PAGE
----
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Vaulted ceiling insulation

diy_Nate | Posted in Energy Efficiency and Durability on

Hi all.  Nate here. 
I’ll describe my situation then post my question at the end. 
I have an empty addition room that I am turning into our kitchen. It orginially had flat ceiling, but we don’t want that and are turning it into a vaulted ceiling.  2×6 roof rafters were used. I want to get near R30 insulation.   I plan to combine (R6) 1″ Rmax polyiso & (R15) 3.5″ Roxul (R21) in the cavity,  and give it a 1″ air gap between the sheathing and polyiso. On the inside of the rafters I plan to use additional whole sheets of (R6) 1″ Rmax polyiso to cover the entire interior of the ceiling. That should put me around R27.  I am going to use ship lap to cover the interior of the ceiling. 
       My question is.
 Do I need to have a slight air gap between the back side of the shiplap & polyiso boards or can they be in direct contact with each other?
  I thought about using 1/4″ sill gasket if a small gap is needed.  
Thanks for your time & any info given.
Have a good one.
Nate.

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Replies

  1. GBA Editor
    Brian Pontolilo | | #1

    Hi Nate,

    I'm sure you will get some feedback on your proposed assembly, I'm just going to answer your question the best I can right now. I can't see why you would need an air space between the rigid foam and the paneling, but you may need a thermal barrier (drywall) over rigid foam since this is in a living space. Check out section R316 of the International Residential Code (link below) and check with your building inspector.

    https://codes.iccsafe.org/content/IRC2018/chapter-3-building-planning#text-id-11634981

  2. Jon R | | #2

    A good rule to follow in cold climates is 5x more perms to the exterior than the interior. Allow your 1" vent to function with something like EPS or plywood below it. Always avoid moisture traps and air seal well.

    Hopefully the ship lap wood will serve as your thermal barrier?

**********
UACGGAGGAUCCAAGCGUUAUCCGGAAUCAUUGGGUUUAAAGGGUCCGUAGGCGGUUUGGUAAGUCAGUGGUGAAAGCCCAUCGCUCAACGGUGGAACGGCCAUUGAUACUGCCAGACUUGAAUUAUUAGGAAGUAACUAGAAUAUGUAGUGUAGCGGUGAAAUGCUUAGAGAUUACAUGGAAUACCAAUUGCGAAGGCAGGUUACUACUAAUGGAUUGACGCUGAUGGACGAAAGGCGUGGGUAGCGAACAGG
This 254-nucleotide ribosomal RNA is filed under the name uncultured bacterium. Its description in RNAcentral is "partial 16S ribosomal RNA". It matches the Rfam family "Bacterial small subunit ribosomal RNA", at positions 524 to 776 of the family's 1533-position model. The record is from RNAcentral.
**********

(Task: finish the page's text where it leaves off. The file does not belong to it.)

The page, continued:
1. Expert Member
      Dana Dorsett | | #3

      >"Hopefully the ship lap wood will serve as your thermal barrier."

      Normally plank layers wouldn't meet code. Even if that ship lap is 2" thick the seams leak air/flame, as do any loose knots, splits, etc.

      Sheets of 3/4" plywood or OSB would qualify (but not half-inch), as would a layer of half-inch sheet rock between the ship-lap and foam.

      1. GBA Editor
        Brian Pontolilo | | #4

        Hi Dana.

        The IRC language reads "...not less than 1/2 inch (12.7 mm) gypsum wallboard, 23/32 inch (18.2 mm) wood structural panel or a material that is tested..." I assume that plywood and OSB are "wood structural panels" as you suggest.

  3. diy_Nate | | #5

    Thanks for all the feed back. I read the IRC, I was hoping that the Ship Lap would count has the thermal bearier, it would be atleast 3/4". I may shift gears and just hang drywall or find a dealer and use Roxul ComfortBoard instead of the Rmax polyiso. If I did use drywall as the barrier for the ship Lap, would I have to mud the seams to seal the gaps of the drywall? Cuz I don't really want to drywall AND ship lap. Any other ideas on insulating 2x6 rafters for a vaulted ceiling?
    Again. Thanks for the info.
    Nate.

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